She's being pursued by Felipe, a full blooded son of the Morenos, but falls instead for Alessandro, one of the Temecula Indian sheep herders the Morenos bring in annually to help with the shearing. Alessandro is also the son of the chief. When Señora Moreno discovers what's going on, she goes ballistic and the whites promptly burn down the Temecula village. Ramona discovers that she's part Indian and elopes with Alessandro, bearing his child and moving out into the mountains. However wherever they go, they meet up with whites who wave guns at them and tell them to get off their land. In the end Alessandro is shot dead, just before Felipe can come to rescue them both.

And I had to work most of this out afterwards, because it isn't too obvious in the film. Viewing without foreknowledge, I assumed, as perhaps I was supposed to, that Ramona was a full blooded Hispanic being raised by a white family and Felipe was just a wealthy Hispanic in the neighbourhood, who was merely seen as a good match for Ramona beause of their shared race. The story is generic enough though that none of that matters and the real drive of the story that sits behind the melodrama speaks to how universally awful the whites are.

And here's the key. The Indians are all virtuous; the Spanish mostly so with some misguided action as well to make them human; but the whites are all terrible. All they do is steal land, threaten people and then shoot them. Putting together what the film shows us and what the book tells us, as far as I've just read, there isn't really a place for Americans in this picture of southern Californian culture. The Indians predate that concept and the Spanish all see themselves as Mexican anyway.

Films from the early teens are generally pretty dire. This was a time when filmmakers were starting to realise just what the medium could really do and it took a while to string everything together into the art form we know today. Ramona was made in 1910, four years before Charlie Chaplin; five before The Birth of a Nation. Lillian Gish hadn't even acted on screen yet, though she and her sister had both worked in the same stage company as Mary Pickford as child actors.

This is surprisingly good for the time though, even given obvious limitations. At one point what looks like the cameraman's elbow brushes over the corner of the screen. Many of the same locations are reused, even when there seems to be no apparent need: one particular tree in a clearing springs quickly to mind. However there's decent use of scenery: shots looking down the hill to the burning Indian village or up at the San Bernardino mountains. What appears to be the entire film is shot outdoors, apparently shot in Camulos, Ventura County, California, where the novel was set. Given the propensity of Hollywood PR to go well beyond exaggeration into outright fiction, it wouldn't be too surprising to find that it was actually Romania or Mozambique, but in this instance it's believable.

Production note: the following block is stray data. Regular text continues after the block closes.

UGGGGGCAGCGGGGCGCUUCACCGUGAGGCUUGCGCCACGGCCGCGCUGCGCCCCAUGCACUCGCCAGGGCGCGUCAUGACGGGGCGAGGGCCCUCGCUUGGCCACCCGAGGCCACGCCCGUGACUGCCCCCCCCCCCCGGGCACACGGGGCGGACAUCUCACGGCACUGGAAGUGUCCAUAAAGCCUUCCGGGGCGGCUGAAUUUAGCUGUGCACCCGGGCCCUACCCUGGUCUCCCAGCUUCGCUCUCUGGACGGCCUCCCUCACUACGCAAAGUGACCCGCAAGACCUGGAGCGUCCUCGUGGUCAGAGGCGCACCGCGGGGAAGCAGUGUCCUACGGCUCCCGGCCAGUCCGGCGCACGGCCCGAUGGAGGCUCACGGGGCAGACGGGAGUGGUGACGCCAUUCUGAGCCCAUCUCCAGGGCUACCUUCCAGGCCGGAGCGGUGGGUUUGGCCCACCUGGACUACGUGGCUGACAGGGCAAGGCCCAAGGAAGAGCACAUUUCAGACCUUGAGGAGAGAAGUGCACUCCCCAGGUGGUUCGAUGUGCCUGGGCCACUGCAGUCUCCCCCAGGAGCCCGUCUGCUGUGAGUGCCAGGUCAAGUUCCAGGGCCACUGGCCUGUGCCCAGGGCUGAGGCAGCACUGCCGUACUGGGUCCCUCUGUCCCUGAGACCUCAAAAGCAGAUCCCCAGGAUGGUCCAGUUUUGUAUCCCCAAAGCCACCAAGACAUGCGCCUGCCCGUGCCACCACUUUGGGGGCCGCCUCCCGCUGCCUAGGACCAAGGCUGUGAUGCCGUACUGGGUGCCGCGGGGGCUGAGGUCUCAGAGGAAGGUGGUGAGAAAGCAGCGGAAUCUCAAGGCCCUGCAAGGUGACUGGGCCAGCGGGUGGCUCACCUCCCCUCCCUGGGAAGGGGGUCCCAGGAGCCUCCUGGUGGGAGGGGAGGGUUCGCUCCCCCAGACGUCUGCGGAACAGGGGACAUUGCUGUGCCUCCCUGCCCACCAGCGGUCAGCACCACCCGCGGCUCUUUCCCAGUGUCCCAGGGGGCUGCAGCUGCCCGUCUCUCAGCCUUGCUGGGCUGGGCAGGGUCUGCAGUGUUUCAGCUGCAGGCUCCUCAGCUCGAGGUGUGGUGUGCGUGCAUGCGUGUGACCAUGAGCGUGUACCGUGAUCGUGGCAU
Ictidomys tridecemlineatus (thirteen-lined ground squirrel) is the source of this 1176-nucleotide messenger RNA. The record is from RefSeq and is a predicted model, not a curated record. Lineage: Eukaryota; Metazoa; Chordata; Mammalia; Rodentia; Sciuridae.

Pickford is good as Ramona and is a magnetic presence on screen, showing why she quickly came to be such a huge star. Walthall is decent but hardly seems a giant in his craft. In a film where some of the extras really seem to be people who walked onto the set and jumped into a costume, he doesn't seem to fit that description much less. More notable to me was Kate Bruce as Señora Moreno. She raves and shakes and gestures, even though she's laden down by wildly ornate costumes and what looks like heavy pancake makeup. In another story, she could have easily been a horror lead. I could see her raging at Karloff in the early sound era Universal horrors but I have no idea what her voice sounded like. She made nearly 300 films but only a couple look like sound films, even though she lived until 1946, so maybe her voice was an issue.